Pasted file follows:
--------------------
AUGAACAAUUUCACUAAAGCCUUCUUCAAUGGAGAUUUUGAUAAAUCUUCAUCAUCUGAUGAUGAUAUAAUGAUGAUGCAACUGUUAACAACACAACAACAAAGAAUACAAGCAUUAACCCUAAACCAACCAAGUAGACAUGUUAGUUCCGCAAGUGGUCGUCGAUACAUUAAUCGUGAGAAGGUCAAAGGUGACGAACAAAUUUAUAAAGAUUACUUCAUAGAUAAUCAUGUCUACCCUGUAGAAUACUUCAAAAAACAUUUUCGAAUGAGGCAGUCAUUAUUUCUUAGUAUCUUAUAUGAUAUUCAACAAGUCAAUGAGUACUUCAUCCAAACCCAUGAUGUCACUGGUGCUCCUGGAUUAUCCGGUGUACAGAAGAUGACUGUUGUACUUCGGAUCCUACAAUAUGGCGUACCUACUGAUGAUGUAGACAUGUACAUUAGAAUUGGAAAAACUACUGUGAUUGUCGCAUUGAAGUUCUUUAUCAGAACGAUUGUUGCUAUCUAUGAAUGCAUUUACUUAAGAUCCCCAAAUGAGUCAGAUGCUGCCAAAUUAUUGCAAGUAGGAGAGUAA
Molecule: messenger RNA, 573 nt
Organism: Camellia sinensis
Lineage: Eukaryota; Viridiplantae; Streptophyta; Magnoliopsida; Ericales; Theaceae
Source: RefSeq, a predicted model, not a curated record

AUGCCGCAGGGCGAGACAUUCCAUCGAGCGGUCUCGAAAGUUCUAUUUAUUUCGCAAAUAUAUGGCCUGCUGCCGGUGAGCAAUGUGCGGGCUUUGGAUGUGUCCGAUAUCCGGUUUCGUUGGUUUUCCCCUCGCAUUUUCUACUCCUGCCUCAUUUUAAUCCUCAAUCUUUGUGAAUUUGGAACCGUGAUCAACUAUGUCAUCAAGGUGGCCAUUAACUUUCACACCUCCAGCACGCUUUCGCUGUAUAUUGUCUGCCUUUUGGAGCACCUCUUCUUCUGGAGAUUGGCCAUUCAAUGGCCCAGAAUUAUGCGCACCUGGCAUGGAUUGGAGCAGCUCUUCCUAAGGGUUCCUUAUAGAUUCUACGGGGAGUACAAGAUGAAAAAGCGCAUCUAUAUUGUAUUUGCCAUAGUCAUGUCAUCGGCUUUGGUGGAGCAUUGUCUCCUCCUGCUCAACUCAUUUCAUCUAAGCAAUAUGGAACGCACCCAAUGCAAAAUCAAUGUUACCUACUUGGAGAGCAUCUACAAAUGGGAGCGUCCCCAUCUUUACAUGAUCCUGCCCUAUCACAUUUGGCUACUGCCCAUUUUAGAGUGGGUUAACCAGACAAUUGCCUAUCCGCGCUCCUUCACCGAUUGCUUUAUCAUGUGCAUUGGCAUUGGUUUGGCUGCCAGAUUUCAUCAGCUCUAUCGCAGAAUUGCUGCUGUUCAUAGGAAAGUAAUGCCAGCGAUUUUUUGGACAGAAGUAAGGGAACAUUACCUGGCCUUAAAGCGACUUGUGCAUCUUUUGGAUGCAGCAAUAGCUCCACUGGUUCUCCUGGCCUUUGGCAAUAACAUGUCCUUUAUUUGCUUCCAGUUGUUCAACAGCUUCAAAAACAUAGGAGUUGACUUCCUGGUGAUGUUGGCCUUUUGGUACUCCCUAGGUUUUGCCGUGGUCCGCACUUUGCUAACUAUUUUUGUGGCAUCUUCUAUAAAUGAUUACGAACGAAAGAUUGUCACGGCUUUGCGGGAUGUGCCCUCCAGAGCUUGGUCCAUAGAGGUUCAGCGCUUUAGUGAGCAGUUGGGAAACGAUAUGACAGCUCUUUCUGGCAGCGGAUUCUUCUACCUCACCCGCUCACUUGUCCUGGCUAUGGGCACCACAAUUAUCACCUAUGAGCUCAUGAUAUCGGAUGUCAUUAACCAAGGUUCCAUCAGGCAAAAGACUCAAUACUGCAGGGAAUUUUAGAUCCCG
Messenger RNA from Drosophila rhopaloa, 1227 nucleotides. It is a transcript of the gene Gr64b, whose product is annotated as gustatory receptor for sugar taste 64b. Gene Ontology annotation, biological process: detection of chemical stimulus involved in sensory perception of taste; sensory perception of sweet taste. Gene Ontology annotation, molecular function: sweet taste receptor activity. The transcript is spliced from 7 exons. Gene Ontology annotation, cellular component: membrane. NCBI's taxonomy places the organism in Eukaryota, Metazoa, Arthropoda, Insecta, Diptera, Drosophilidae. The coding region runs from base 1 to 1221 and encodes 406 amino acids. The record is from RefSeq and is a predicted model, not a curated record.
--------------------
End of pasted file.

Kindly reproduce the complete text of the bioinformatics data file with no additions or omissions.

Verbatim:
AUGAACAAUUUCACUAAAGCCUUCUUCAAUGGAGAUUUUGAUAAAUCUUCAUCAUCUGAUGAUGAUAUAAUGAUGAUGCAACUGUUAACAACACAACAACAAAGAAUACAAGCAUUAACCCUAAACCAACCAAGUAGACAUGUUAGUUCCGCAAGUGGUCGUCGAUACAUUAAUCGUGAGAAGGUCAAAGGUGACGAACAAAUUUAUAAAGAUUACUUCAUAGAUAAUCAUGUCUACCCUGUAGAAUACUUCAAAAAACAUUUUCGAAUGAGGCAGUCAUUAUUUCUUAGUAUCUUAUAUGAUAUUCAACAAGUCAAUGAGUACUUCAUCCAAACCCAUGAUGUCACUGGUGCUCCUGGAUUAUCCGGUGUACAGAAGAUGACUGUUGUACUUCGGAUCCUACAAUAUGGCGUACCUACUGAUGAUGUAGACAUGUACAUUAGAAUUGGAAAAACUACUGUGAUUGUCGCAUUGAAGUUCUUUAUCAGAACGAUUGUUGCUAUCUAUGAAUGCAUUUACUUAAGAUCCCCAAAUGAGUCAGAUGCUGCCAAAUUAUUGCAAGUAGGAGAGUAA
Molecule: messenger RNA, 573 nt
Organism: Camellia sinensis
Lineage: Eukaryota; Viridiplantae; Streptophyta; Magnoliopsida; Ericales; Theaceae
Source: RefSeq, a predicted model, not a curated record

AUGCCGCAGGGCGAGACAUUCCAUCGAGCGGUCUCGAAAGUUCUAUUUAUUUCGCAAAUAUAUGGCCUGCUGCCGGUGAGCAAUGUGCGGGCUUUGGAUGUGUCCGAUAUCCGGUUUCGUUGGUUUUCCCCUCGCAUUUUCUACUCCUGCCUCAUUUUAAUCCUCAAUCUUUGUGAAUUUGGAACCGUGAUCAACUAUGUCAUCAAGGUGGCCAUUAACUUUCACACCUCCAGCACGCUUUCGCUGUAUAUUGUCUGCCUUUUGGAGCACCUCUUCUUCUGGAGAUUGGCCAUUCAAUGGCCCAGAAUUAUGCGCACCUGGCAUGGAUUGGAGCAGCUCUUCCUAAGGGUUCCUUAUAGAUUCUACGGGGAGUACAAGAUGAAAAAGCGCAUCUAUAUUGUAUUUGCCAUAGUCAUGUCAUCGGCUUUGGUGGAGCAUUGUCUCCUCCUGCUCAACUCAUUUCAUCUAAGCAAUAUGGAACGCACCCAAUGCAAAAUCAAUGUUACCUACUUGGAGAGCAUCUACAAAUGGGAGCGUCCCCAUCUUUACAUGAUCCUGCCCUAUCACAUUUGGCUACUGCCCAUUUUAGAGUGGGUUAACCAGACAAUUGCCUAUCCGCGCUCCUUCACCGAUUGCUUUAUCAUGUGCAUUGGCAUUGGUUUGGCUGCCAGAUUUCAUCAGCUCUAUCGCAGAAUUGCUGCUGUUCAUAGGAAAGUAAUGCCAGCGAUUUUUUGGACAGAAGUAAGGGAACAUUACCUGGCCUUAAAGCGACUUGUGCAUCUUUUGGAUGCAGCAAUAGCUCCACUGGUUCUCCUGGCCUUUGGCAAUAACAUGUCCUUUAUUUGCUUCCAGUUGUUCAACAGCUUCAAAAACAUAGGAGUUGACUUCCUGGUGAUGUUGGCCUUUUGGUACUCCCUAGGUUUUGCCGUGGUCCGCACUUUGCUAACUAUUUUUGUGGCAUCUUCUAUAAAUGAUUACGAACGAAAGAUUGUCACGGCUUUGCGGGAUGUGCCCUCCAGAGCUUGGUCCAUAGAGGUUCAGCGCUUUAGUGAGCAGUUGGGAAACGAUAUGACAGCUCUUUCUGGCAGCGGAUUCUUCUACCUCACCCGCUCACUUGUCCUGGCUAUGGGCACCACAAUUAUCACCUAUGAGCUCAUGAUAUCGGAUGUCAUUAACCAAGGUUCCAUCAGGCAAAAGACUCAAUACUGCAGGGAAUUUUAGAUCCCG
Messenger RNA from Drosophila rhopaloa, 1227 nucleotides. It is a transcript of the gene Gr64b, whose product is annotated as gustatory receptor for sugar taste 64b. Gene Ontology annotation, biological process: detection of chemical stimulus involved in sensory perception of taste; sensory perception of sweet taste. Gene Ontology annotation, molecular function: sweet taste receptor activity. The transcript is spliced from 7 exons. Gene Ontology annotation, cellular component: membrane. NCBI's taxonomy places the organism in Eukaryota, Metazoa, Arthropoda, Insecta, Diptera, Drosophilidae. The coding region runs from base 1 to 1221 and encodes 406 amino acids. The record is from RefSeq and is a predicted model, not a curated record.